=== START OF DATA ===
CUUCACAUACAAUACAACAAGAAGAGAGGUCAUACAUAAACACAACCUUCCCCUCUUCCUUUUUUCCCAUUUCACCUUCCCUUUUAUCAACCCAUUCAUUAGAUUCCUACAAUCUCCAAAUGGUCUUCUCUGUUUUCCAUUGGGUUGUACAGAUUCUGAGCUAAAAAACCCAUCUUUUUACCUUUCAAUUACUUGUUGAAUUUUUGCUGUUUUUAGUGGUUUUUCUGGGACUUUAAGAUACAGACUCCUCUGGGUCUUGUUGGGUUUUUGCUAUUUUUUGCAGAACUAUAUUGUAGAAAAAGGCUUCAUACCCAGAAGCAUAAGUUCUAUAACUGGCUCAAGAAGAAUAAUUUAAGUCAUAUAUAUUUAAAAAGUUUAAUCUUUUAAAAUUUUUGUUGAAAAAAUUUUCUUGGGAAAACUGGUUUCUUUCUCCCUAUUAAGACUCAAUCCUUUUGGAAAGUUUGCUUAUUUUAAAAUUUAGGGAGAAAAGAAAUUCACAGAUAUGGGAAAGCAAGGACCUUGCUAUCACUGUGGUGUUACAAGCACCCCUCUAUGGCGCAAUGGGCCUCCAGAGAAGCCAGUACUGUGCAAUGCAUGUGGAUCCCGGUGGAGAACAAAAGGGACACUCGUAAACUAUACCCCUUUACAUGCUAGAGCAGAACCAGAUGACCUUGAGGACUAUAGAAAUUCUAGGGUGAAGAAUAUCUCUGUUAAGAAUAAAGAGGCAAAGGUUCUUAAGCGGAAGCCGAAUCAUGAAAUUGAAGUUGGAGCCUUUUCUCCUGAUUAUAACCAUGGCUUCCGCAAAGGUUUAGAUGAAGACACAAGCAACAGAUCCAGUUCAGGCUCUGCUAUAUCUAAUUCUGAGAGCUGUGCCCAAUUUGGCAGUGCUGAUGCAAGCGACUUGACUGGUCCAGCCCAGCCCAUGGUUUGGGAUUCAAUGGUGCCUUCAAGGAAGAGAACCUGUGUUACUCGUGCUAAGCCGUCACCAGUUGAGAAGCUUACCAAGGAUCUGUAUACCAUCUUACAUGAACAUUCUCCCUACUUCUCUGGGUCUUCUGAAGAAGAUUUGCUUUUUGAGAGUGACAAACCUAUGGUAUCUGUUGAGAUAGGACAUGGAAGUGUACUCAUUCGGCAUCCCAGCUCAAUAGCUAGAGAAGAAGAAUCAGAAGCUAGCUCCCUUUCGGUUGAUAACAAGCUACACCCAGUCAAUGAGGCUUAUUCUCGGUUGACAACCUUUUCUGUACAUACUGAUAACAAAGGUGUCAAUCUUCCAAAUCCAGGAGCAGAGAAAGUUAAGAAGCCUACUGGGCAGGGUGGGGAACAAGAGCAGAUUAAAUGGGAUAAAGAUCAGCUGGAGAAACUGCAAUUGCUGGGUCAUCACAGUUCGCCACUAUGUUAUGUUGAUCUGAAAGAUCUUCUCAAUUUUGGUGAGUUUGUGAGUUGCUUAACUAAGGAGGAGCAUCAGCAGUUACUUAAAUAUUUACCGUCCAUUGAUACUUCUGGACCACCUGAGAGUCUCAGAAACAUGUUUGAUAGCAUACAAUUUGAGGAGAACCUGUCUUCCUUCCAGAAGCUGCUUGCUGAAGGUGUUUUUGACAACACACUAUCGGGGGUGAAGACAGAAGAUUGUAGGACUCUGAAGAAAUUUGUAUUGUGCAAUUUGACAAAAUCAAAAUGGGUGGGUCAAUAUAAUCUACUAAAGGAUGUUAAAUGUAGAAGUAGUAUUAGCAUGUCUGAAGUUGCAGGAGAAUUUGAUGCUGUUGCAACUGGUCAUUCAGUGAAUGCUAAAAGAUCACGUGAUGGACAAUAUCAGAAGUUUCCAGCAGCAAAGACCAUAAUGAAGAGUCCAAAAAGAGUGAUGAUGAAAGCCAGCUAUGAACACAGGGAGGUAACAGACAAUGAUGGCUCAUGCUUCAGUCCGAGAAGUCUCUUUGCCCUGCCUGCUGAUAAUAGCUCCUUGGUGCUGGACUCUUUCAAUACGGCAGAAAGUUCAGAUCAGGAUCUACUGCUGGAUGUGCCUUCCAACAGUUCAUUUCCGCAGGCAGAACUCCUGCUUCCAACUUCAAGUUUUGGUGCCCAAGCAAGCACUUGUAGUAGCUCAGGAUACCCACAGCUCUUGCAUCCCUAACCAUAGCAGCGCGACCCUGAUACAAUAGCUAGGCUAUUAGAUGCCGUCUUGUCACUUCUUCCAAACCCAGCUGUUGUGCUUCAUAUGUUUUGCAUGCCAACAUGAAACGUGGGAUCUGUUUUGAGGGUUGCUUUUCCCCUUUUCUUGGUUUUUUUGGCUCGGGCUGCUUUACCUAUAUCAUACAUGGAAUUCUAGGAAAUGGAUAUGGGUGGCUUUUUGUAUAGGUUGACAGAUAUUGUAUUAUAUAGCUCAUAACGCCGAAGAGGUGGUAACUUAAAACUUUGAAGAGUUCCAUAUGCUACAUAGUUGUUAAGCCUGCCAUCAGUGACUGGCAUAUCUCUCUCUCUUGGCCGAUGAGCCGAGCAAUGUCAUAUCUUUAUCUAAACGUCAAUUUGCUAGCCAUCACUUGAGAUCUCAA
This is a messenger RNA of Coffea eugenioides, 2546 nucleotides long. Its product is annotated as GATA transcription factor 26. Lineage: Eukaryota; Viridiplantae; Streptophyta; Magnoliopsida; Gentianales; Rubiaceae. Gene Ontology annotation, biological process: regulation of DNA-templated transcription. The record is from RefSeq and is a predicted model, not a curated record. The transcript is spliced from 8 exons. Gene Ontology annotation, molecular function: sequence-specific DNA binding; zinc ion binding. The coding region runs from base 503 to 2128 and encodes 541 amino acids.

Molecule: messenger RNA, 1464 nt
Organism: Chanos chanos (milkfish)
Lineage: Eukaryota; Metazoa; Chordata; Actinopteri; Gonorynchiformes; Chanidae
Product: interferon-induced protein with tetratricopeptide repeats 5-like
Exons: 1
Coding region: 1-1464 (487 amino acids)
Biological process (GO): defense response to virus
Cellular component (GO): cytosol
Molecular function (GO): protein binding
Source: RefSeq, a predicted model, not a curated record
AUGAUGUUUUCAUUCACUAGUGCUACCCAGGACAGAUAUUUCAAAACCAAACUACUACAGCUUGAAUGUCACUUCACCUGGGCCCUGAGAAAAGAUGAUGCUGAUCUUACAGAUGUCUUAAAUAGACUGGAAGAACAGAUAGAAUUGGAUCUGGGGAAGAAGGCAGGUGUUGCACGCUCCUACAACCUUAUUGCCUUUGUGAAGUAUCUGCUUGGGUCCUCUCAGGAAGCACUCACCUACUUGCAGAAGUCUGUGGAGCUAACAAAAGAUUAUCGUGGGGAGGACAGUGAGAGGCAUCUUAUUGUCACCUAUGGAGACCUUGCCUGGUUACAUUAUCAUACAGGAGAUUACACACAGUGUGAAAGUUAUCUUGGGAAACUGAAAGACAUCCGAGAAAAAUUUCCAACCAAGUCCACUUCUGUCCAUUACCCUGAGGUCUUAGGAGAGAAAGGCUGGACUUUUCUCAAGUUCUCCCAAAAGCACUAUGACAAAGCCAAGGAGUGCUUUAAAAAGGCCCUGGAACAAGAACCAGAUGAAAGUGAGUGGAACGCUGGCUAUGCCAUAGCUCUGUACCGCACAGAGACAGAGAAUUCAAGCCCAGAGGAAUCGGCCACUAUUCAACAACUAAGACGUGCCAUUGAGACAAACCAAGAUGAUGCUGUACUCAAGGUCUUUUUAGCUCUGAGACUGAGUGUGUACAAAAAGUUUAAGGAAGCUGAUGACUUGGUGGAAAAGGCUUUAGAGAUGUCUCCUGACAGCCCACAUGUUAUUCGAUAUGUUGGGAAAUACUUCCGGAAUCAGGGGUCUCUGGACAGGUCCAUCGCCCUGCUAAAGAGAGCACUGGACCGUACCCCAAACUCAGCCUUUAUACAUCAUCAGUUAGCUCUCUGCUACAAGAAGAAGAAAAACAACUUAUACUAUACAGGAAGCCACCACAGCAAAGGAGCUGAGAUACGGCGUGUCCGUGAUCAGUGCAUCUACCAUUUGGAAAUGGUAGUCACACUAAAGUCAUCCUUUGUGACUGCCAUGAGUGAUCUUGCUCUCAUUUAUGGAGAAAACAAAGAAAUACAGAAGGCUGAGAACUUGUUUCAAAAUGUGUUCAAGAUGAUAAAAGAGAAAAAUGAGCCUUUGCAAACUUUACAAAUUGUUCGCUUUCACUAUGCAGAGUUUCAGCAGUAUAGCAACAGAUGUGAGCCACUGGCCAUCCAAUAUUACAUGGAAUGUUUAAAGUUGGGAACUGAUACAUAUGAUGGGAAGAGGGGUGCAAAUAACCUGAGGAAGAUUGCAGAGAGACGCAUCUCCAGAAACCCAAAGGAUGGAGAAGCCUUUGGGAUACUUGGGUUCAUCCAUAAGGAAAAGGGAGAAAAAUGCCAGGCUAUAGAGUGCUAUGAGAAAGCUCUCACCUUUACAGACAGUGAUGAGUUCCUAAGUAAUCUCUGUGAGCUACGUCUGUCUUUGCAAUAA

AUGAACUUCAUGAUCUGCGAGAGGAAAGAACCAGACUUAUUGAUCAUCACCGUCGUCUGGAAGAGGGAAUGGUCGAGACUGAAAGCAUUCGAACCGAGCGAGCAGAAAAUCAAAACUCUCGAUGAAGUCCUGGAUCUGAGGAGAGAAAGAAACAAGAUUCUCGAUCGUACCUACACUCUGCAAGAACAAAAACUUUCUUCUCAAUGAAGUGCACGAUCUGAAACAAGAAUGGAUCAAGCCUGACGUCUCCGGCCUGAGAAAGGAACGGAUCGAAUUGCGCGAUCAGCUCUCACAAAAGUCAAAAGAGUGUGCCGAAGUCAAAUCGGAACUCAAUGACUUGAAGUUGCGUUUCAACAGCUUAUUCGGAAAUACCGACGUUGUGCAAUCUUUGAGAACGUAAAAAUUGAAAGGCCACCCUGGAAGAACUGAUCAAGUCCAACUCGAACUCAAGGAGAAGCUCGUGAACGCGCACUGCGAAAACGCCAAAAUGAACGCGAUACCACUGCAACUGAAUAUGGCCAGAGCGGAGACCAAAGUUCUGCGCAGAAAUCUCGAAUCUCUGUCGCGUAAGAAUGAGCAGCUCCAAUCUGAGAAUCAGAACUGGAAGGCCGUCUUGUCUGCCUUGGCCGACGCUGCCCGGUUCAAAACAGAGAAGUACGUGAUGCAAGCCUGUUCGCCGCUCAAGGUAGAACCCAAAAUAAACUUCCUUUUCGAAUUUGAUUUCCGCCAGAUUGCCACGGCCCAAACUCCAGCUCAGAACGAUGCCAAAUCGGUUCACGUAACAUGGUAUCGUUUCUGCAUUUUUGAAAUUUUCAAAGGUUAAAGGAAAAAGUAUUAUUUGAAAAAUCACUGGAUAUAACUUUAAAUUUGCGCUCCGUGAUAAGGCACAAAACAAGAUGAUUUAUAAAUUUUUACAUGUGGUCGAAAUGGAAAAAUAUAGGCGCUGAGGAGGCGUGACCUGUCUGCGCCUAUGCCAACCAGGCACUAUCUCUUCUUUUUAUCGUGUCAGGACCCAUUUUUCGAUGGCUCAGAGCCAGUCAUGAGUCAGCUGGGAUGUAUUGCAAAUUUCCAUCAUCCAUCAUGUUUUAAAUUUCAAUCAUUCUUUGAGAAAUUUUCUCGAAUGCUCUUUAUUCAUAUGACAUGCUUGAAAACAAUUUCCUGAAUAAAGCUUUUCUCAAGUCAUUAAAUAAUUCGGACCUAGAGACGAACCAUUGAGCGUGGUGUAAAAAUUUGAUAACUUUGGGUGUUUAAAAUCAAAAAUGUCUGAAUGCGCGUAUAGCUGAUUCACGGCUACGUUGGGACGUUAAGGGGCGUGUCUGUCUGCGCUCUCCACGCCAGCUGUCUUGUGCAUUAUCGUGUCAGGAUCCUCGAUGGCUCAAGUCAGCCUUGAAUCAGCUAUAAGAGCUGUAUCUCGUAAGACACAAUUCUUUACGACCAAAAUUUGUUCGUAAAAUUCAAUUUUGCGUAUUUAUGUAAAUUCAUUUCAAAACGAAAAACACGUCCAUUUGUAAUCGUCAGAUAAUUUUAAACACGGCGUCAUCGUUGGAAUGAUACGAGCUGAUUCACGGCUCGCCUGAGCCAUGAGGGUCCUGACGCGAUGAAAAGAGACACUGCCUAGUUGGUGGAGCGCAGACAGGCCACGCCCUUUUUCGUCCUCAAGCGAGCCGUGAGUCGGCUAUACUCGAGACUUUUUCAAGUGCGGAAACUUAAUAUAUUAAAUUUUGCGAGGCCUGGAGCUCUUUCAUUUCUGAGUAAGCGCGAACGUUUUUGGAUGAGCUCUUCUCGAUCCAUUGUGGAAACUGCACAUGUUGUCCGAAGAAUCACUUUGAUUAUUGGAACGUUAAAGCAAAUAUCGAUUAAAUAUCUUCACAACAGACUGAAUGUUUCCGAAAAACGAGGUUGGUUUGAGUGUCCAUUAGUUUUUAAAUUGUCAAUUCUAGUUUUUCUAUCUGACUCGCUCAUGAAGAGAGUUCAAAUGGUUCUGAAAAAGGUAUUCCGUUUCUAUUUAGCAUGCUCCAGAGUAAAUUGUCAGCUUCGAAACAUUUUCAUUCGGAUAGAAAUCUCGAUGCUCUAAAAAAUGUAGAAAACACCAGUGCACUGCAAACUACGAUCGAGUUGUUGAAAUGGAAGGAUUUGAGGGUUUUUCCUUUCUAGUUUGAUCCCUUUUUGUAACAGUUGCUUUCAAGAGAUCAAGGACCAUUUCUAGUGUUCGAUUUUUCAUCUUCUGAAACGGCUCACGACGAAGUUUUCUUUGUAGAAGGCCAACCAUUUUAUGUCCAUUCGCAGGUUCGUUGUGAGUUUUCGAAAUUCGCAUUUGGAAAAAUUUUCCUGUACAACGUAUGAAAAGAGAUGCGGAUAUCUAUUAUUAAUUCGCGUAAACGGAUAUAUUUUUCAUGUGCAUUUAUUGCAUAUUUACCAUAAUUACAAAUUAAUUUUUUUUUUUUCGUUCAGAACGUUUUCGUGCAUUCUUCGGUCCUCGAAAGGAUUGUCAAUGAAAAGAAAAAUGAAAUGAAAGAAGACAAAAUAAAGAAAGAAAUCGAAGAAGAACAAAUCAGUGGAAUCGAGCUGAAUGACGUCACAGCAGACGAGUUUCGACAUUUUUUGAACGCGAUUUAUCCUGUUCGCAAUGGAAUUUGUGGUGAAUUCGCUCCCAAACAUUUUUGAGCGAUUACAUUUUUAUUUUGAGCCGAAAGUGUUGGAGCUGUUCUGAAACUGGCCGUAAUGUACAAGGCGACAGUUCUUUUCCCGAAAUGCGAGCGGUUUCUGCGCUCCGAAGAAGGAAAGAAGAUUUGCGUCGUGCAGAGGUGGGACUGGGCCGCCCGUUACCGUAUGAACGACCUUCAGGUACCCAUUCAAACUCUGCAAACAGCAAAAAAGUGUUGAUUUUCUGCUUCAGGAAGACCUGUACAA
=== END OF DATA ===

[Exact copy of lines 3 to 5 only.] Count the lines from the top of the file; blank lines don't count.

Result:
Molecule: messenger RNA, 1464 nt
Organism: Chanos chanos (milkfish)
Lineage: Eukaryota; Metazoa; Chordata; Actinopteri; Gonorynchiformes; Chanidae